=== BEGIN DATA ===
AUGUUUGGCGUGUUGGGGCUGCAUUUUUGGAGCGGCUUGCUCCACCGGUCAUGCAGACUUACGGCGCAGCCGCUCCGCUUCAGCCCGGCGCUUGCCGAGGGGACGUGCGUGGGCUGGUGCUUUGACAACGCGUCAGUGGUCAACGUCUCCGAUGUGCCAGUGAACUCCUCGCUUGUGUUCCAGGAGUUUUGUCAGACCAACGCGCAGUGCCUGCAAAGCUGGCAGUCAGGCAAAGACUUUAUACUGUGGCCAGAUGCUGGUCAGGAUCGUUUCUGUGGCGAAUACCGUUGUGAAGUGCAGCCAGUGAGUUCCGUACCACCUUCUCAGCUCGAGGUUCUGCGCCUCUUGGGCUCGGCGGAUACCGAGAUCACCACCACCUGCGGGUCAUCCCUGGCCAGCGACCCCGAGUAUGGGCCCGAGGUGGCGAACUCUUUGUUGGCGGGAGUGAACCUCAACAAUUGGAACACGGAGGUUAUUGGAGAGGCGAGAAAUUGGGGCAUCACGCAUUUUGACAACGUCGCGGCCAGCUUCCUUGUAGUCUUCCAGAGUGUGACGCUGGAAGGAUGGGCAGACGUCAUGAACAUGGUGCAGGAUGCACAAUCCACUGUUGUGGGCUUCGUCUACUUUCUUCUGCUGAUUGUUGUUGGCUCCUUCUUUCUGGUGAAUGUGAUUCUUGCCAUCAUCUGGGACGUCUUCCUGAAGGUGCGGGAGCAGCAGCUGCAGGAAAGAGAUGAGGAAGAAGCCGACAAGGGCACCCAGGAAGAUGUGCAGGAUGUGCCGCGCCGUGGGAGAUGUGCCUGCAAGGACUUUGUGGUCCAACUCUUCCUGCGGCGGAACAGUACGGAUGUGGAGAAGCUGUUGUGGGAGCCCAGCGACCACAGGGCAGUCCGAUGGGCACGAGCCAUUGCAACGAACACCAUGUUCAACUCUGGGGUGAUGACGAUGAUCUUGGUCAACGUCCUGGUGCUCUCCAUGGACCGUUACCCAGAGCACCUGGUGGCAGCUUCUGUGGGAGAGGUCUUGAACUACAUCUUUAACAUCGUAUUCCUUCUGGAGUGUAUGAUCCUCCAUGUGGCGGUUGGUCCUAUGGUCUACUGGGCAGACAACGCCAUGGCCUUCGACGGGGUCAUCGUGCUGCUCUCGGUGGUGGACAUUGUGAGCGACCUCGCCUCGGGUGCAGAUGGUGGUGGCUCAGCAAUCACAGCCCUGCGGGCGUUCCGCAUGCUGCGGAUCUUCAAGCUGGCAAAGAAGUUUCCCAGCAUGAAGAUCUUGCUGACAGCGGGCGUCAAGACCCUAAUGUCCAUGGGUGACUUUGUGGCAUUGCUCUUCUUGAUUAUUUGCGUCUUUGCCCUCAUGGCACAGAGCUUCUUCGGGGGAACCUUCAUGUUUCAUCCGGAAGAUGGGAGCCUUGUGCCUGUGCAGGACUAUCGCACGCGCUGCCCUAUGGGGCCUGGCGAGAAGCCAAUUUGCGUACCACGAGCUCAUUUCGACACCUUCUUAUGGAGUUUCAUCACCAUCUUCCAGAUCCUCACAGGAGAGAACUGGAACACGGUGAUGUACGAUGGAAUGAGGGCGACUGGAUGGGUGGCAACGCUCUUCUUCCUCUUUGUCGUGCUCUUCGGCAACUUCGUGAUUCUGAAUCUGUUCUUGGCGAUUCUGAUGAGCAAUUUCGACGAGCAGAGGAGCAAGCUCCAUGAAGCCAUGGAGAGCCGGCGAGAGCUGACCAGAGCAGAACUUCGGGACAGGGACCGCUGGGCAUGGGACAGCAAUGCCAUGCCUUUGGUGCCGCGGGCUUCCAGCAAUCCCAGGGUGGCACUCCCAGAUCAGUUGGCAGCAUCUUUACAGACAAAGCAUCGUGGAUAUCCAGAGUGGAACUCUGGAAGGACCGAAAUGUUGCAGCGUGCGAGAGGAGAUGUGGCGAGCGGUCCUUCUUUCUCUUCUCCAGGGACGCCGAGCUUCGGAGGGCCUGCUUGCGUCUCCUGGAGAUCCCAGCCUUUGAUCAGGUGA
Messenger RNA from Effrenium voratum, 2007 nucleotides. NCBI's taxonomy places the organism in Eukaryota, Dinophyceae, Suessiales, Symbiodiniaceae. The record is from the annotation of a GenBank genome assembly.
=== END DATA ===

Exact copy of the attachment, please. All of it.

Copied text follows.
AUGUUUGGCGUGUUGGGGCUGCAUUUUUGGAGCGGCUUGCUCCACCGGUCAUGCAGACUUACGGCGCAGCCGCUCCGCUUCAGCCCGGCGCUUGCCGAGGGGACGUGCGUGGGCUGGUGCUUUGACAACGCGUCAGUGGUCAACGUCUCCGAUGUGCCAGUGAACUCCUCGCUUGUGUUCCAGGAGUUUUGUCAGACCAACGCGCAGUGCCUGCAAAGCUGGCAGUCAGGCAAAGACUUUAUACUGUGGCCAGAUGCUGGUCAGGAUCGUUUCUGUGGCGAAUACCGUUGUGAAGUGCAGCCAGUGAGUUCCGUACCACCUUCUCAGCUCGAGGUUCUGCGCCUCUUGGGCUCGGCGGAUACCGAGAUCACCACCACCUGCGGGUCAUCCCUGGCCAGCGACCCCGAGUAUGGGCCCGAGGUGGCGAACUCUUUGUUGGCGGGAGUGAACCUCAACAAUUGGAACACGGAGGUUAUUGGAGAGGCGAGAAAUUGGGGCAUCACGCAUUUUGACAACGUCGCGGCCAGCUUCCUUGUAGUCUUCCAGAGUGUGACGCUGGAAGGAUGGGCAGACGUCAUGAACAUGGUGCAGGAUGCACAAUCCACUGUUGUGGGCUUCGUCUACUUUCUUCUGCUGAUUGUUGUUGGCUCCUUCUUUCUGGUGAAUGUGAUUCUUGCCAUCAUCUGGGACGUCUUCCUGAAGGUGCGGGAGCAGCAGCUGCAGGAAAGAGAUGAGGAAGAAGCCGACAAGGGCACCCAGGAAGAUGUGCAGGAUGUGCCGCGCCGUGGGAGAUGUGCCUGCAAGGACUUUGUGGUCCAACUCUUCCUGCGGCGGAACAGUACGGAUGUGGAGAAGCUGUUGUGGGAGCCCAGCGACCACAGGGCAGUCCGAUGGGCACGAGCCAUUGCAACGAACACCAUGUUCAACUCUGGGGUGAUGACGAUGAUCUUGGUCAACGUCCUGGUGCUCUCCAUGGACCGUUACCCAGAGCACCUGGUGGCAGCUUCUGUGGGAGAGGUCUUGAACUACAUCUUUAACAUCGUAUUCCUUCUGGAGUGUAUGAUCCUCCAUGUGGCGGUUGGUCCUAUGGUCUACUGGGCAGACAACGCCAUGGCCUUCGACGGGGUCAUCGUGCUGCUCUCGGUGGUGGACAUUGUGAGCGACCUCGCCUCGGGUGCAGAUGGUGGUGGCUCAGCAAUCACAGCCCUGCGGGCGUUCCGCAUGCUGCGGAUCUUCAAGCUGGCAAAGAAGUUUCCCAGCAUGAAGAUCUUGCUGACAGCGGGCGUCAAGACCCUAAUGUCCAUGGGUGACUUUGUGGCAUUGCUCUUCUUGAUUAUUUGCGUCUUUGCCCUCAUGGCACAGAGCUUCUUCGGGGGAACCUUCAUGUUUCAUCCGGAAGAUGGGAGCCUUGUGCCUGUGCAGGACUAUCGCACGCGCUGCCCUAUGGGGCCUGGCGAGAAGCCAAUUUGCGUACCACGAGCUCAUUUCGACACCUUCUUAUGGAGUUUCAUCACCAUCUUCCAGAUCCUCACAGGAGAGAACUGGAACACGGUGAUGUACGAUGGAAUGAGGGCGACUGGAUGGGUGGCAACGCUCUUCUUCCUCUUUGUCGUGCUCUUCGGCAACUUCGUGAUUCUGAAUCUGUUCUUGGCGAUUCUGAUGAGCAAUUUCGACGAGCAGAGGAGCAAGCUCCAUGAAGCCAUGGAGAGCCGGCGAGAGCUGACCAGAGCAGAACUUCGGGACAGGGACCGCUGGGCAUGGGACAGCAAUGCCAUGCCUUUGGUGCCGCGGGCUUCCAGCAAUCCCAGGGUGGCACUCCCAGAUCAGUUGGCAGCAUCUUUACAGACAAAGCAUCGUGGAUAUCCAGAGUGGAACUCUGGAAGGACCGAAAUGUUGCAGCGUGCGAGAGGAGAUGUGGCGAGCGGUCCUUCUUUCUCUUCUCCAGGGACGCCGAGCUUCGGAGGGCCUGCUUGCGUCUCCUGGAGAUCCCAGCCUUUGAUCAGGUGA
Messenger RNA from Effrenium voratum, 2007 nucleotides. NCBI's taxonomy places the organism in Eukaryota, Dinophyceae, Suessiales, Symbiodiniaceae. The record is from the annotation of a GenBank genome assembly.